Material Horizontal Hydraulic Conductivity
Vertical Hydraulic Conductivity
Anhydrite 10-14 to 10-12 10-15 to 10-13
Chalk 10-10 to 10-8 5x10-11 to 5x10-9
10-9 to 10-7 5x10-10 to 5x10-8
Sandstone 5x10-13 to 10-10 2.5x10-13 to 5x10-11
Shale 10-14 to 10-12 10-15 to 10-13
Salt 10-14 10-14

Storativity (S)

Storativity of a nonleaky confined aquifer
Storativity of a confined (artesian) aquifer (from Ferris et al. 1962).

The storativity of a confined aquifer (or aquitard) is defined as the volume of water released from storage per unit surface area of a confined aquifer (or aquitard) per unit decline in hydraulic head. Storativity is also known by the terms coefficient of storage and storage coefficient.

In a confined aquifer (or aquitard), storativity is defined as

S = Ssb

where S is storativity [dimensionless], Ss is specific storage [L-1] and b is aquifer (or aquitard) thickness [L]. Specific storage is the volume of water that a unit volume of aquifer (or aquitard) releases from storage under a unit decline in head by the expansion of water and compression of the soil or rock skeleton.

Specific storage is related to the compressibilities of the aquifer (or aquitard) and water as follows:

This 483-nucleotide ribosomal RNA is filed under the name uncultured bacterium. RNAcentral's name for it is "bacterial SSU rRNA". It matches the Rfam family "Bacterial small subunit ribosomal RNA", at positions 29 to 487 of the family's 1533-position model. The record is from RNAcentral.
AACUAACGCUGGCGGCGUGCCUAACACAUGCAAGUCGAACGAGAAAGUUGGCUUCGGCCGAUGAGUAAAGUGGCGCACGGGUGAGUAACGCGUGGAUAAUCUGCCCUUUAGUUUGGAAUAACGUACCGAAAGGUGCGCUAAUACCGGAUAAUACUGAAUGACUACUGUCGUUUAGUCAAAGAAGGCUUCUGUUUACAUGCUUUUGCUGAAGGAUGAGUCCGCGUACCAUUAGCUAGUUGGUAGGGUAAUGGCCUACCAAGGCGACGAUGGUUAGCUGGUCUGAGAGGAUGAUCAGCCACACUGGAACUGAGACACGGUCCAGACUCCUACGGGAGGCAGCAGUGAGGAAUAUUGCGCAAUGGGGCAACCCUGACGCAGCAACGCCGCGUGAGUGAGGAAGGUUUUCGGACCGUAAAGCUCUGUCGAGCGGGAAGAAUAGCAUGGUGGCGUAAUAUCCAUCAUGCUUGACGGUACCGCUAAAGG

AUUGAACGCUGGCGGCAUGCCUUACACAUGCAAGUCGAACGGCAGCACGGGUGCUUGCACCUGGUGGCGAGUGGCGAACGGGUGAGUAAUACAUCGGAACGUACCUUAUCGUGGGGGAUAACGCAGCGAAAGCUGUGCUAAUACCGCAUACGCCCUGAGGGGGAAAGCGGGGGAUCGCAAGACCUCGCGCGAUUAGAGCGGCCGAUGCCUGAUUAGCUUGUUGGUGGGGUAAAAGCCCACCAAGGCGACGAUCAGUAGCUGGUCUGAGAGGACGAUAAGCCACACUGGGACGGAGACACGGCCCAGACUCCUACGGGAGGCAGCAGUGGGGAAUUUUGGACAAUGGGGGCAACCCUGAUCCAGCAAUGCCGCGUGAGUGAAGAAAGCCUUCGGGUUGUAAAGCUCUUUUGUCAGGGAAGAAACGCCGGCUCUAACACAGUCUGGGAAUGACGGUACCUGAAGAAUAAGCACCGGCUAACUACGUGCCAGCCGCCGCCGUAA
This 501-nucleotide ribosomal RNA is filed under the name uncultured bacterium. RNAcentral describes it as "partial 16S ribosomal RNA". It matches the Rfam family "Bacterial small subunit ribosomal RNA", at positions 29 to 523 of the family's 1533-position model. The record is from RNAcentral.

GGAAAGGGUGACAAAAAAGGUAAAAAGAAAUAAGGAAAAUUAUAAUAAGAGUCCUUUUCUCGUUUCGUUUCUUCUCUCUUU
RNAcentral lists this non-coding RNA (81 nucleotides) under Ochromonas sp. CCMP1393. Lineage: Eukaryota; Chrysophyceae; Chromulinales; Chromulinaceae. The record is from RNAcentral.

Ss = ρg(α + neβ)

where ρ is mass density of water [M/L3], g is gravitational acceleration (= 9.8 m/sec2) [L/T2], α is aquifer (or aquitard) compressibility [T2L/M], ne is effective porosity [dimensionless], and β is compressibility of water (= 4.4x10-10 m sec2/kg or Pa-1) [T2L/M].

Storativity of an unconfined (water-table) aquifer
Storativity of an unconfined (water-table) aquifer (from Ferris et al. 1962).

In an unconfined aquifer (or aquitard), storativity is given by

S = Sy + Ssb

where Sy is specific yield. Because Ssb is typically small in comparison to Sy, storativity in an unconfined aquifer is often simply equated with specific yield.

The storativity of a confined aquifer, which varies with specific storage and aquifer thickness, typically ranges from 5x10-5 to 5x10-3 (Todd 1980); in unconfined aquifers, storativity ranges from 0.1 to 0.3 (Lohman 1972).